Tony and the ARK
Injured marine animals find their way back to health thanks to Tony Amos and his colleagues at UT’s Animal Rehabilitation Keep.
by Melissa Gaskill
Photos by Anna Donlan
Anthony Amos made his first survey of the beach between Access Roads 1 and 2 in Port Aransas shortly after joining the University of Texas Marine Science Institute in 1976. The wiry oceanographer — sea-foam-white beard and hair set off by a face familiar with the sun — has driven the seven-mile stretch of beach every other day since. He records data such as air and water temperature and has amassed some 5,000 observations of everything from terns to trash.
Early on, Amos came across stranded birds and sea turtles, some of the first ones coated in oil from the 1979 IXTOC 1 spill in Mexico’s Bay of Campeche. “I was alarmed and distressed,” he recalls. “At the height of the spill, almost every Sanderling sandpiper was oiled. I felt some relief when I realized it was fall and they were on their way south. Had it been spring, when the birds head north to breeding grounds, even a light oiling on their undersides would have been fatal to young, penetrating eggs as the parents brooded their clutches.”
Amos built enclosures for the birds and put the sea turtles in unused tanks in a small building on the MSI campus and the aptly named Animal Rehabilitation Keep, or ARK, was born.
In 2014, the ARK took in 1,291 birds representing 111 different species, four species and 776 individual sea turtles, 35 terrestrial turtles and tortoises of eight different species, and 15 species and 124 individual small mammals. Many suffer injury from some kind of human activity, including entanglement in fishing lines, strikes by motor vehicles on land or boats in the water, or ingestion of debris. Animals receive veterinary care as needed along with a proper diet, with the goal of getting each healthy enough to return to the wild.
A number of the sea turtles have arrived here cold-stunned; when temperatures drop dramatically, the cold-blooded reptiles become lethargic and vulnerable to predation and stranding. In January alone, the ARK rescued, warmed, and released 209 sea turtles. That kind of major effort wouldn’t be possible without a dedicated corps of more than 50 volunteers and the support of donors, which MSI director Robert Dickey attributes in large part to Amos’ charisma and passion. The charisma shows in Amos’ British accent and gregarious, unassuming personality — he’s happy to lack a PhD, having learned much of what he knows from hands-on experience. Those faithful beach patrols and his willingness to respond to calls day and night are evidence of his passion.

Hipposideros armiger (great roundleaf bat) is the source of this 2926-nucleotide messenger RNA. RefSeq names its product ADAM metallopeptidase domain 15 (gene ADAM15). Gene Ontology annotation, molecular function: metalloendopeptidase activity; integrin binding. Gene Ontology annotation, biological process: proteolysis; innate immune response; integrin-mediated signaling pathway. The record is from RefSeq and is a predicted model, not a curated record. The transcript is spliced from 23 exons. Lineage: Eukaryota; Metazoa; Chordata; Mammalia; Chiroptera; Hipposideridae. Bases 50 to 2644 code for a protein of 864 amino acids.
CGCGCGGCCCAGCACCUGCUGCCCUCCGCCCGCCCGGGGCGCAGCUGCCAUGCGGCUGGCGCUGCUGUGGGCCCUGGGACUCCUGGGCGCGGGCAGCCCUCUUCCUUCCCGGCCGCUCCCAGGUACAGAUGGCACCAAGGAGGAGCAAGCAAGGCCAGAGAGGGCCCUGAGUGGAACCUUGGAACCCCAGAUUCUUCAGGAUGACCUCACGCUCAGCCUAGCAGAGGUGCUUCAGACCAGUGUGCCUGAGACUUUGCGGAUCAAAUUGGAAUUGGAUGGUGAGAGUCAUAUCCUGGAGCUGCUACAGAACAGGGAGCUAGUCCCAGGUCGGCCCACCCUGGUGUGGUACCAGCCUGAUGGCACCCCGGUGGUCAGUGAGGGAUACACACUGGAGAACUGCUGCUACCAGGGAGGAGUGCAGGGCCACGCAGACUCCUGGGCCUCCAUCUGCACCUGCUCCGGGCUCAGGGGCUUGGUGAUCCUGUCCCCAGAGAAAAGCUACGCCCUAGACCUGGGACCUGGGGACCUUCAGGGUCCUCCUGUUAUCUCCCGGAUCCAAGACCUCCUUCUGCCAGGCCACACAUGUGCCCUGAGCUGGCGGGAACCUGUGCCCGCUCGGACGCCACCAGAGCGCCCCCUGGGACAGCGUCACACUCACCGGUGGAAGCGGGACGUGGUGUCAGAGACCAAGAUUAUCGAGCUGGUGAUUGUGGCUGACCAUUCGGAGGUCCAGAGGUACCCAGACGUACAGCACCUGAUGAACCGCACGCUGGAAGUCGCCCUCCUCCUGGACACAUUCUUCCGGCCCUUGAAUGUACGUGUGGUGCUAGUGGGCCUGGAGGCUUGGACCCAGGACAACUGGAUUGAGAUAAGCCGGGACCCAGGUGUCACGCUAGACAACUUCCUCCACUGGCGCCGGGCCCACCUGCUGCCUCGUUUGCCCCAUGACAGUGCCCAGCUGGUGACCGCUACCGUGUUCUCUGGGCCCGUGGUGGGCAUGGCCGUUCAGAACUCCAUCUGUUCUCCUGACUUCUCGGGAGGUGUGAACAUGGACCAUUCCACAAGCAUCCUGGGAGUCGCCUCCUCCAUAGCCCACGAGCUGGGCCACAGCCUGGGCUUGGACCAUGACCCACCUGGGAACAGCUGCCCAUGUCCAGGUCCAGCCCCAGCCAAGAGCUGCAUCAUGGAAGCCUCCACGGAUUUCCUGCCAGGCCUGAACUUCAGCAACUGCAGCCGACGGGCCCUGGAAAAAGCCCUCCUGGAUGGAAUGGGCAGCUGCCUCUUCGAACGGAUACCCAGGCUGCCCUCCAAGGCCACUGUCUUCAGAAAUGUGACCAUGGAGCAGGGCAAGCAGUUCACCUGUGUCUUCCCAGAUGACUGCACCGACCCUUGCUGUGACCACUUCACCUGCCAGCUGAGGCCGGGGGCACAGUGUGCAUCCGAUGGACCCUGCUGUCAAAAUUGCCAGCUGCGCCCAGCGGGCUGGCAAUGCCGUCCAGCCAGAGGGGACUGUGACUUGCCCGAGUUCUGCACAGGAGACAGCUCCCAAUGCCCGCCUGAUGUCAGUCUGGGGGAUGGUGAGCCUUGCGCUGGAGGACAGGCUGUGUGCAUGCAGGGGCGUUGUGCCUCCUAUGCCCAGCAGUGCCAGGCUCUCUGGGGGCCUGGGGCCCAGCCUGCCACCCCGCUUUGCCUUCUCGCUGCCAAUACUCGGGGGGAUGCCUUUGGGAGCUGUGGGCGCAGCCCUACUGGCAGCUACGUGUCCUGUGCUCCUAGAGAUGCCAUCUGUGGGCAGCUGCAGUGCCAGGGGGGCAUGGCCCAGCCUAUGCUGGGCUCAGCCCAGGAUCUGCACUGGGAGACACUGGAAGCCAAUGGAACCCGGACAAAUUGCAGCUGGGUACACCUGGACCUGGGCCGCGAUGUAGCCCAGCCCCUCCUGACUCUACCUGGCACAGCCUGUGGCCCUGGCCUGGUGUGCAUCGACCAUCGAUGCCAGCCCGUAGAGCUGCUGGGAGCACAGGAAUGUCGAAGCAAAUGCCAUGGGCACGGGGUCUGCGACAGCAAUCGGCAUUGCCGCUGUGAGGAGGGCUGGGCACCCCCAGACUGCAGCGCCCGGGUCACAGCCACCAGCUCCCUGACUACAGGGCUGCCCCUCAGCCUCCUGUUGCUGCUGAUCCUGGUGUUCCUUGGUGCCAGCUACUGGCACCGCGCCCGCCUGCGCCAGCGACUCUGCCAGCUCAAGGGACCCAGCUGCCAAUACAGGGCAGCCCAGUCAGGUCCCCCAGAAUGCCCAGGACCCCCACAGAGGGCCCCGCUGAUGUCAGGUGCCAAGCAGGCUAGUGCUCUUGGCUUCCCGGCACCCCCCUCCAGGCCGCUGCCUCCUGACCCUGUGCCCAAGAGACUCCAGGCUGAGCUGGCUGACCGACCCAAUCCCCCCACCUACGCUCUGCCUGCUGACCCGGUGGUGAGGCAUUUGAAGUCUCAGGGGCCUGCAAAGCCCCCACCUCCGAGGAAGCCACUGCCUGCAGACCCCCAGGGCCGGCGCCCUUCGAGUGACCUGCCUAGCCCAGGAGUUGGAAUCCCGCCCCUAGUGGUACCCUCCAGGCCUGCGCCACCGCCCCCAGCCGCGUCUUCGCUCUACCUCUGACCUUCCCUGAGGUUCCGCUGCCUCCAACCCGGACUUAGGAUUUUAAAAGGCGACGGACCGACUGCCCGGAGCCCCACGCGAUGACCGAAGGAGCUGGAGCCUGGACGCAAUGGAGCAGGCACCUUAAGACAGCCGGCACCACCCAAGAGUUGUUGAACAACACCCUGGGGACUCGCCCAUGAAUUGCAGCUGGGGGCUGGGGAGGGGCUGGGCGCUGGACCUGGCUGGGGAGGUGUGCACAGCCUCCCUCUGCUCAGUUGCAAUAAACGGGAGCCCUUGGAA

“Tony works very, very hard,” says Gerry Gage, who has been an ARK employee or volunteer since she moved to Port Aransas from Dallas 16 years ago. “He is good with people and has such compassion for the animals. He has done some scary rescues, things he has no business doing, but no one can stop him.”
Amos has rescued everything from skunks to 2,000-pound ocean sunfish. The ARK treats more birds than any other animal, many of them brown pelicans and laughing gulls. Most people pay little attention to common and somewhat drab gulls, he notes, unless it is to complain about what they take from picnic baskets or drop on vehicles and people, but the birds are an essential part of the coastal environment. In its first year of operation, the ARK took in a brown pelican with a blind eye, Popeye, and another with a badly injured wing, Goofy. “Popeye could fly but not see well, Goofy could see but couldn’t fly, so the two became pals,” Amos says. The pair is gone now, but 10–12 pelicans reside here permanently in a new enclosure funded by donations.
The ARK also has a few permanent sea turtle residents. In 1997, an 80-pound loggerhead sea turtle kept stranding on the beach. “In general, when an animal that belongs in the sea comes up on the beach, it doesn’t help to put it back in the sea. It was covered in barnacles and both front limbs [were] either bitten or cut off,” Amos says. “We took him in, removed the barnacles, and named him Barnacle Bill. He is still with us and now weighs 210 pounds.”
Amos records information on every sea turtle passing through and makes the data available to students for research. He gives occasional talks about ARK residents and hosts an annual open house. He also continues his regular beach surveys, recording air and water temperature, water salinity, and the type and amount of marine debris, along with picking up injured animals.
He tracks changes in bird populations, and has witnessed a banded piping plover, known as Bird #19, returning to this beach every winter for 13 years. That bird has nothing on Amos’ 38 years on the beach. Now 77 years old, he admits he needs to start thinking about a successor, someone to watch over not only the animals but also his vast collection of information. “It’s an important archive,” he says. “Over the years, it has changed from paper to magnetic tape to floppies to flash drives. I think my entire data collection fits on one of those things now.” Meanwhile, the facility keeps growing, the animals keep coming and, for now, Amos will keep patrolling the beach.